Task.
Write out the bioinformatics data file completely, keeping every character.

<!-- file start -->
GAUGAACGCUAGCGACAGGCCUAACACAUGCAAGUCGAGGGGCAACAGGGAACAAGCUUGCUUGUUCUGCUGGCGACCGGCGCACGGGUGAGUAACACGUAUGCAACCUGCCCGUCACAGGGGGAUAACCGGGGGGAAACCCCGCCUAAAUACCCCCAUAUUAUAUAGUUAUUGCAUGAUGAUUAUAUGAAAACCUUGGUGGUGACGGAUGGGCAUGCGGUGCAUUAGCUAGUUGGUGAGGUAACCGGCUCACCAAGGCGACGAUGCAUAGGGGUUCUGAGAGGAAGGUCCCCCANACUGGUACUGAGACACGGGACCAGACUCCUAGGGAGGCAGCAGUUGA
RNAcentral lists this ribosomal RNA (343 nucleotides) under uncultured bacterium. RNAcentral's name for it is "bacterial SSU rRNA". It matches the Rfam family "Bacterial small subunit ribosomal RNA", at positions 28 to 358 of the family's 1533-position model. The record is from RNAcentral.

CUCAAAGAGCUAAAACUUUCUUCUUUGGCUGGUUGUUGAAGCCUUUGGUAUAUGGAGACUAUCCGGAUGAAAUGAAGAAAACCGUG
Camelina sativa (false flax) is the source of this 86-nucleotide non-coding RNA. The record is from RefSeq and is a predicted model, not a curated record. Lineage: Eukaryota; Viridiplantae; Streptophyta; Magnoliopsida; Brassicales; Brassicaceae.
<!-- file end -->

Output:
GAUGAACGCUAGCGACAGGCCUAACACAUGCAAGUCGAGGGGCAACAGGGAACAAGCUUGCUUGUUCUGCUGGCGACCGGCGCACGGGUGAGUAACACGUAUGCAACCUGCCCGUCACAGGGGGAUAACCGGGGGGAAACCCCGCCUAAAUACCCCCAUAUUAUAUAGUUAUUGCAUGAUGAUUAUAUGAAAACCUUGGUGGUGACGGAUGGGCAUGCGGUGCAUUAGCUAGUUGGUGAGGUAACCGGCUCACCAAGGCGACGAUGCAUAGGGGUUCUGAGAGGAAGGUCCCCCANACUGGUACUGAGACACGGGACCAGACUCCUAGGGAGGCAGCAGUUGA
RNAcentral lists this ribosomal RNA (343 nucleotides) under uncultured bacterium. RNAcentral's name for it is "bacterial SSU rRNA". It matches the Rfam family "Bacterial small subunit ribosomal RNA", at positions 28 to 358 of the family's 1533-position model. The record is from RNAcentral.

CUCAAAGAGCUAAAACUUUCUUCUUUGGCUGGUUGUUGAAGCCUUUGGUAUAUGGAGACUAUCCGGAUGAAAUGAAGAAAACCGUG
Camelina sativa (false flax) is the source of this 86-nucleotide non-coding RNA. The record is from RefSeq and is a predicted model, not a curated record. Lineage: Eukaryota; Viridiplantae; Streptophyta; Magnoliopsida; Brassicales; Brassicaceae.